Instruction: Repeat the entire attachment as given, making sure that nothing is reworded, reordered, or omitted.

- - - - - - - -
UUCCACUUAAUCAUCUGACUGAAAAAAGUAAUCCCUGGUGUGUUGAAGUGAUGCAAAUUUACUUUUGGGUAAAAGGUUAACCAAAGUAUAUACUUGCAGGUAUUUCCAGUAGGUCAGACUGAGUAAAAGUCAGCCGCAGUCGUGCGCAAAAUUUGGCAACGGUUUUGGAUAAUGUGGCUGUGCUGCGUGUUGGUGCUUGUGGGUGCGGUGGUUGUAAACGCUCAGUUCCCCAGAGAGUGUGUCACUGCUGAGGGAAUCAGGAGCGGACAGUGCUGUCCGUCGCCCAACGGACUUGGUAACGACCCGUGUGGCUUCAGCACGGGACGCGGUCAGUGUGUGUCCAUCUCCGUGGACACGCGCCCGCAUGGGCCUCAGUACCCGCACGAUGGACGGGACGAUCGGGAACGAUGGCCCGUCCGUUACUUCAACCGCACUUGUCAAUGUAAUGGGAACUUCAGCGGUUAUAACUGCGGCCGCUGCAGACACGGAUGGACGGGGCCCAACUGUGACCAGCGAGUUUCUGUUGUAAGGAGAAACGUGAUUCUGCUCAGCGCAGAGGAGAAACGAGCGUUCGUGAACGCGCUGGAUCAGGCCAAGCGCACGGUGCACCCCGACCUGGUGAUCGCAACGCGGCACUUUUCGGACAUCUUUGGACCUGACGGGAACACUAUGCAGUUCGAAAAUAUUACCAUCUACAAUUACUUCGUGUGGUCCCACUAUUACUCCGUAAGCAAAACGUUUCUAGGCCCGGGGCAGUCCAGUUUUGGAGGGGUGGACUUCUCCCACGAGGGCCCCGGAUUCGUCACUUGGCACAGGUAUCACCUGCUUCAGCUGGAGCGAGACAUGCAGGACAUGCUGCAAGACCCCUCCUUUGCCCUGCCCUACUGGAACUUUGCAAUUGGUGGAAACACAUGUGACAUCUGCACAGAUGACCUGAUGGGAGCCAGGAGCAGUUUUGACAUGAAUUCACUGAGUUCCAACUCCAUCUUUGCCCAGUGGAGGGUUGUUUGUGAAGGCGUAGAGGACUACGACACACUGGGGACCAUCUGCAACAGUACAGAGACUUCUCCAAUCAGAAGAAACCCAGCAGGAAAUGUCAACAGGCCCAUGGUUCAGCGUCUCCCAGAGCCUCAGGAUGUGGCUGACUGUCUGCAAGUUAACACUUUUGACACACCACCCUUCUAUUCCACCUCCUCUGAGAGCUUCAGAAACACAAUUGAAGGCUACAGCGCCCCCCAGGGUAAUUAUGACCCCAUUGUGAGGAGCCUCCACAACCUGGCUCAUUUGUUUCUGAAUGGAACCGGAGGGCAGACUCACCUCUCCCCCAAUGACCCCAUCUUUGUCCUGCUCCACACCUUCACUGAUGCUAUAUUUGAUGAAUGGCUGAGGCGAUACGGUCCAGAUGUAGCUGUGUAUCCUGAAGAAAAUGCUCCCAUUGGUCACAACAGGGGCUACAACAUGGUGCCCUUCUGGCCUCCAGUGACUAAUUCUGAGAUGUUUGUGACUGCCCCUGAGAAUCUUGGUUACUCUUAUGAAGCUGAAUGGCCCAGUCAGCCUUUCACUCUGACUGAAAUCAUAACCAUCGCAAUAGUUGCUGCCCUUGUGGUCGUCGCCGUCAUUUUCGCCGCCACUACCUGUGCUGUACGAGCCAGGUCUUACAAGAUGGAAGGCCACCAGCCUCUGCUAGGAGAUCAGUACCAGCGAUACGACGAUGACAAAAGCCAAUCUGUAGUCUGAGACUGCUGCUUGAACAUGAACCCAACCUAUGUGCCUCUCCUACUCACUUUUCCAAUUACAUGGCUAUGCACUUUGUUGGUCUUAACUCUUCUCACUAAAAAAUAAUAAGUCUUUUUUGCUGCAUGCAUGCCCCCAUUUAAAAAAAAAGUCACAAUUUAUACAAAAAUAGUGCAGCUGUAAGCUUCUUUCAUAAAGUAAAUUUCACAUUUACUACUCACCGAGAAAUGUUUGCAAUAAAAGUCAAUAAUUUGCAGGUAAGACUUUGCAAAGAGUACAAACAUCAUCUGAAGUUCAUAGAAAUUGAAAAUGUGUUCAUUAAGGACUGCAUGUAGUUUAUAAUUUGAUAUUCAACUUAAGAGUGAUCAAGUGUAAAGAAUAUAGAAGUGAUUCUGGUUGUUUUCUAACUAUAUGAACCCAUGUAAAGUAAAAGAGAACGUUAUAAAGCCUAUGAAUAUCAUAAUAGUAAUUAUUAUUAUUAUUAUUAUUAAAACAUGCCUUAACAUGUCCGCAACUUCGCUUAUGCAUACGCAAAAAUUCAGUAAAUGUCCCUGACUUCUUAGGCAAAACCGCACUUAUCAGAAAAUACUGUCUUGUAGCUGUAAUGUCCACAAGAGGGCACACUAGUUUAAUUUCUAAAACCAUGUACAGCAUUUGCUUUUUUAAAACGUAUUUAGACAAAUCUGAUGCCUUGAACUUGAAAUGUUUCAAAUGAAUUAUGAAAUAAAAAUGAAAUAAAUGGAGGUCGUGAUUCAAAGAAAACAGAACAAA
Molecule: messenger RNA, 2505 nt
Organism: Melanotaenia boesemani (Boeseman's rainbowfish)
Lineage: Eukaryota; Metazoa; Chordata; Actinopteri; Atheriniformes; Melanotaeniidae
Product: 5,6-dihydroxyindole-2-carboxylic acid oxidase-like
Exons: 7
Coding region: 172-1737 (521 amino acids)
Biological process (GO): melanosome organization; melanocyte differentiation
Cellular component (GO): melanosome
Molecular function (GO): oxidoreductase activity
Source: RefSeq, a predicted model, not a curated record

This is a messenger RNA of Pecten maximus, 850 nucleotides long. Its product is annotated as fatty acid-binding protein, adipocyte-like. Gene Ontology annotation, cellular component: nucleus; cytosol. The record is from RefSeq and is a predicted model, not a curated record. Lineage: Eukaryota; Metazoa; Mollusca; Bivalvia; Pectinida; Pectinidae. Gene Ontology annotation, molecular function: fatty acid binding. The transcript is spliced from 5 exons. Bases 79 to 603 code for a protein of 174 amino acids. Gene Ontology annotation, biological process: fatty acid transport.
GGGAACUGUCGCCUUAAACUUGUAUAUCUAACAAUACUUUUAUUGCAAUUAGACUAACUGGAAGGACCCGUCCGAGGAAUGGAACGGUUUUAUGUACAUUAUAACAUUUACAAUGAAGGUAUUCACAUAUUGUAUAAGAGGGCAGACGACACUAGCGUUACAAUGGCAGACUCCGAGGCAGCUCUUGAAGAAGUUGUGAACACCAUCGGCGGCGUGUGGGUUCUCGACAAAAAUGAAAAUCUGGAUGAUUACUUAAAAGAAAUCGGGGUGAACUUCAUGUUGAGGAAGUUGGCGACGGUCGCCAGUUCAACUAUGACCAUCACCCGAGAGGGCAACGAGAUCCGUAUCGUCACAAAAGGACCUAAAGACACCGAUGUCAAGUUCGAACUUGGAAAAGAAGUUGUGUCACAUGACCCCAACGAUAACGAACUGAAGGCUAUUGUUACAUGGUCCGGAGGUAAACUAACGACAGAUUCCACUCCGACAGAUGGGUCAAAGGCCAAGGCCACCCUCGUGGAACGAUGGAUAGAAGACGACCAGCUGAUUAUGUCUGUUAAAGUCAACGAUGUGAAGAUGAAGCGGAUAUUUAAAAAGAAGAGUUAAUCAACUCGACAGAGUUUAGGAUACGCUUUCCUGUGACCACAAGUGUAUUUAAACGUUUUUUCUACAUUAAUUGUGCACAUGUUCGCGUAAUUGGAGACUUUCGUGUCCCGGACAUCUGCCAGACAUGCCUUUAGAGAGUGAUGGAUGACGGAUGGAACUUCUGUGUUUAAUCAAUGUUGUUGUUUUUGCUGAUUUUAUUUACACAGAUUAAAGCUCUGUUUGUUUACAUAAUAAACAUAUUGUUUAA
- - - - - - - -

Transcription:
UUCCACUUAAUCAUCUGACUGAAAAAAGUAAUCCCUGGUGUGUUGAAGUGAUGCAAAUUUACUUUUGGGUAAAAGGUUAACCAAAGUAUAUACUUGCAGGUAUUUCCAGUAGGUCAGACUGAGUAAAAGUCAGCCGCAGUCGUGCGCAAAAUUUGGCAACGGUUUUGGAUAAUGUGGCUGUGCUGCGUGUUGGUGCUUGUGGGUGCGGUGGUUGUAAACGCUCAGUUCCCCAGAGAGUGUGUCACUGCUGAGGGAAUCAGGAGCGGACAGUGCUGUCCGUCGCCCAACGGACUUGGUAACGACCCGUGUGGCUUCAGCACGGGACGCGGUCAGUGUGUGUCCAUCUCCGUGGACACGCGCCCGCAUGGGCCUCAGUACCCGCACGAUGGACGGGACGAUCGGGAACGAUGGCCCGUCCGUUACUUCAACCGCACUUGUCAAUGUAAUGGGAACUUCAGCGGUUAUAACUGCGGCCGCUGCAGACACGGAUGGACGGGGCCCAACUGUGACCAGCGAGUUUCUGUUGUAAGGAGAAACGUGAUUCUGCUCAGCGCAGAGGAGAAACGAGCGUUCGUGAACGCGCUGGAUCAGGCCAAGCGCACGGUGCACCCCGACCUGGUGAUCGCAACGCGGCACUUUUCGGACAUCUUUGGACCUGACGGGAACACUAUGCAGUUCGAAAAUAUUACCAUCUACAAUUACUUCGUGUGGUCCCACUAUUACUCCGUAAGCAAAACGUUUCUAGGCCCGGGGCAGUCCAGUUUUGGAGGGGUGGACUUCUCCCACGAGGGCCCCGGAUUCGUCACUUGGCACAGGUAUCACCUGCUUCAGCUGGAGCGAGACAUGCAGGACAUGCUGCAAGACCCCUCCUUUGCCCUGCCCUACUGGAACUUUGCAAUUGGUGGAAACACAUGUGACAUCUGCACAGAUGACCUGAUGGGAGCCAGGAGCAGUUUUGACAUGAAUUCACUGAGUUCCAACUCCAUCUUUGCCCAGUGGAGGGUUGUUUGUGAAGGCGUAGAGGACUACGACACACUGGGGACCAUCUGCAACAGUACAGAGACUUCUCCAAUCAGAAGAAACCCAGCAGGAAAUGUCAACAGGCCCAUGGUUCAGCGUCUCCCAGAGCCUCAGGAUGUGGCUGACUGUCUGCAAGUUAACACUUUUGACACACCACCCUUCUAUUCCACCUCCUCUGAGAGCUUCAGAAACACAAUUGAAGGCUACAGCGCCCCCCAGGGUAAUUAUGACCCCAUUGUGAGGAGCCUCCACAACCUGGCUCAUUUGUUUCUGAAUGGAACCGGAGGGCAGACUCACCUCUCCCCCAAUGACCCCAUCUUUGUCCUGCUCCACACCUUCACUGAUGCUAUAUUUGAUGAAUGGCUGAGGCGAUACGGUCCAGAUGUAGCUGUGUAUCCUGAAGAAAAUGCUCCCAUUGGUCACAACAGGGGCUACAACAUGGUGCCCUUCUGGCCUCCAGUGACUAAUUCUGAGAUGUUUGUGACUGCCCCUGAGAAUCUUGGUUACUCUUAUGAAGCUGAAUGGCCCAGUCAGCCUUUCACUCUGACUGAAAUCAUAACCAUCGCAAUAGUUGCUGCCCUUGUGGUCGUCGCCGUCAUUUUCGCCGCCACUACCUGUGCUGUACGAGCCAGGUCUUACAAGAUGGAAGGCCACCAGCCUCUGCUAGGAGAUCAGUACCAGCGAUACGACGAUGACAAAAGCCAAUCUGUAGUCUGAGACUGCUGCUUGAACAUGAACCCAACCUAUGUGCCUCUCCUACUCACUUUUCCAAUUACAUGGCUAUGCACUUUGUUGGUCUUAACUCUUCUCACUAAAAAAUAAUAAGUCUUUUUUGCUGCAUGCAUGCCCCCAUUUAAAAAAAAAGUCACAAUUUAUACAAAAAUAGUGCAGCUGUAAGCUUCUUUCAUAAAGUAAAUUUCACAUUUACUACUCACCGAGAAAUGUUUGCAAUAAAAGUCAAUAAUUUGCAGGUAAGACUUUGCAAAGAGUACAAACAUCAUCUGAAGUUCAUAGAAAUUGAAAAUGUGUUCAUUAAGGACUGCAUGUAGUUUAUAAUUUGAUAUUCAACUUAAGAGUGAUCAAGUGUAAAGAAUAUAGAAGUGAUUCUGGUUGUUUUCUAACUAUAUGAACCCAUGUAAAGUAAAAGAGAACGUUAUAAAGCCUAUGAAUAUCAUAAUAGUAAUUAUUAUUAUUAUUAUUAUUAAAACAUGCCUUAACAUGUCCGCAACUUCGCUUAUGCAUACGCAAAAAUUCAGUAAAUGUCCCUGACUUCUUAGGCAAAACCGCACUUAUCAGAAAAUACUGUCUUGUAGCUGUAAUGUCCACAAGAGGGCACACUAGUUUAAUUUCUAAAACCAUGUACAGCAUUUGCUUUUUUAAAACGUAUUUAGACAAAUCUGAUGCCUUGAACUUGAAAUGUUUCAAAUGAAUUAUGAAAUAAAAAUGAAAUAAAUGGAGGUCGUGAUUCAAAGAAAACAGAACAAA
Molecule: messenger RNA, 2505 nt
Organism: Melanotaenia boesemani (Boeseman's rainbowfish)
Lineage: Eukaryota; Metazoa; Chordata; Actinopteri; Atheriniformes; Melanotaeniidae
Product: 5,6-dihydroxyindole-2-carboxylic acid oxidase-like
Exons: 7
Coding region: 172-1737 (521 amino acids)
Biological process (GO): melanosome organization; melanocyte differentiation
Cellular component (GO): melanosome
Molecular function (GO): oxidoreductase activity
Source: RefSeq, a predicted model, not a curated record

This is a messenger RNA of Pecten maximus, 850 nucleotides long. Its product is annotated as fatty acid-binding protein, adipocyte-like. Gene Ontology annotation, cellular component: nucleus; cytosol. The record is from RefSeq and is a predicted model, not a curated record. Lineage: Eukaryota; Metazoa; Mollusca; Bivalvia; Pectinida; Pectinidae. Gene Ontology annotation, molecular function: fatty acid binding. The transcript is spliced from 5 exons. Bases 79 to 603 code for a protein of 174 amino acids. Gene Ontology annotation, biological process: fatty acid transport.
GGGAACUGUCGCCUUAAACUUGUAUAUCUAACAAUACUUUUAUUGCAAUUAGACUAACUGGAAGGACCCGUCCGAGGAAUGGAACGGUUUUAUGUACAUUAUAACAUUUACAAUGAAGGUAUUCACAUAUUGUAUAAGAGGGCAGACGACACUAGCGUUACAAUGGCAGACUCCGAGGCAGCUCUUGAAGAAGUUGUGAACACCAUCGGCGGCGUGUGGGUUCUCGACAAAAAUGAAAAUCUGGAUGAUUACUUAAAAGAAAUCGGGGUGAACUUCAUGUUGAGGAAGUUGGCGACGGUCGCCAGUUCAACUAUGACCAUCACCCGAGAGGGCAACGAGAUCCGUAUCGUCACAAAAGGACCUAAAGACACCGAUGUCAAGUUCGAACUUGGAAAAGAAGUUGUGUCACAUGACCCCAACGAUAACGAACUGAAGGCUAUUGUUACAUGGUCCGGAGGUAAACUAACGACAGAUUCCACUCCGACAGAUGGGUCAAAGGCCAAGGCCACCCUCGUGGAACGAUGGAUAGAAGACGACCAGCUGAUUAUGUCUGUUAAAGUCAACGAUGUGAAGAUGAAGCGGAUAUUUAAAAAGAAGAGUUAAUCAACUCGACAGAGUUUAGGAUACGCUUUCCUGUGACCACAAGUGUAUUUAAACGUUUUUUCUACAUUAAUUGUGCACAUGUUCGCGUAAUUGGAGACUUUCGUGUCCCGGACAUCUGCCAGACAUGCCUUUAGAGAGUGAUGGAUGACGGAUGGAACUUCUGUGUUUAAUCAAUGUUGUUGUUUUUGCUGAUUUUAUUUACACAGAUUAAAGCUCUGUUUGUUUACAUAAUAAACAUAUUGUUUAA